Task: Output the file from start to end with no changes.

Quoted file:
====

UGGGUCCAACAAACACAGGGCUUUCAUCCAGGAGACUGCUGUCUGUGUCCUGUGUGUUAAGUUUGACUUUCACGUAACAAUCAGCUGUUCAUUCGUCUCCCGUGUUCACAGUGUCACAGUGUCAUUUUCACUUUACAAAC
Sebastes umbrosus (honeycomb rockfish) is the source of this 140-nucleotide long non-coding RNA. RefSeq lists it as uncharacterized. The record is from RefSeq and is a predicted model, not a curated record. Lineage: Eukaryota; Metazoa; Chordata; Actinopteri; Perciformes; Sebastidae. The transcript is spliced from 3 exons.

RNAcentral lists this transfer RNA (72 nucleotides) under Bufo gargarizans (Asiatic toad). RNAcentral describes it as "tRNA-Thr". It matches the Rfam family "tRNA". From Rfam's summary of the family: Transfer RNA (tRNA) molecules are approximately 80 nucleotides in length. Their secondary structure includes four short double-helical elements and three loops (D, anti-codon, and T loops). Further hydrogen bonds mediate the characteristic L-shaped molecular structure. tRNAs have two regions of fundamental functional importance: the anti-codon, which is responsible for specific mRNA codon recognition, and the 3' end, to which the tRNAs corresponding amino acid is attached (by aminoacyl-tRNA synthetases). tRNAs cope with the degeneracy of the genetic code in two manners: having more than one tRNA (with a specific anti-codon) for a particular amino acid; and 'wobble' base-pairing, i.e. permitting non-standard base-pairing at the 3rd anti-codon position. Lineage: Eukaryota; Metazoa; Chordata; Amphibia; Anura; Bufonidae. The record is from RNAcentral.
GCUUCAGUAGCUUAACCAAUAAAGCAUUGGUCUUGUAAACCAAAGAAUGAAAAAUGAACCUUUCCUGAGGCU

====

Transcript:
UGGGUCCAACAAACACAGGGCUUUCAUCCAGGAGACUGCUGUCUGUGUCCUGUGUGUUAAGUUUGACUUUCACGUAACAAUCAGCUGUUCAUUCGUCUCCCGUGUUCACAGUGUCACAGUGUCAUUUUCACUUUACAAAC
Sebastes umbrosus (honeycomb rockfish) is the source of this 140-nucleotide long non-coding RNA. RefSeq lists it as uncharacterized. The record is from RefSeq and is a predicted model, not a curated record. Lineage: Eukaryota; Metazoa; Chordata; Actinopteri; Perciformes; Sebastidae. The transcript is spliced from 3 exons.

RNAcentral lists this transfer RNA (72 nucleotides) under Bufo gargarizans (Asiatic toad). RNAcentral describes it as "tRNA-Thr". It matches the Rfam family "tRNA". From Rfam's summary of the family: Transfer RNA (tRNA) molecules are approximately 80 nucleotides in length. Their secondary structure includes four short double-helical elements and three loops (D, anti-codon, and T loops). Further hydrogen bonds mediate the characteristic L-shaped molecular structure. tRNAs have two regions of fundamental functional importance: the anti-codon, which is responsible for specific mRNA codon recognition, and the 3' end, to which the tRNAs corresponding amino acid is attached (by aminoacyl-tRNA synthetases). tRNAs cope with the degeneracy of the genetic code in two manners: having more than one tRNA (with a specific anti-codon) for a particular amino acid; and 'wobble' base-pairing, i.e. permitting non-standard base-pairing at the 3rd anti-codon position. Lineage: Eukaryota; Metazoa; Chordata; Amphibia; Anura; Bufonidae. The record is from RNAcentral.
GCUUCAGUAGCUUAACCAAUAAAGCAUUGGUCUUGUAAACCAAAGAAUGAAAAAUGAACCUUUCCUGAGGCU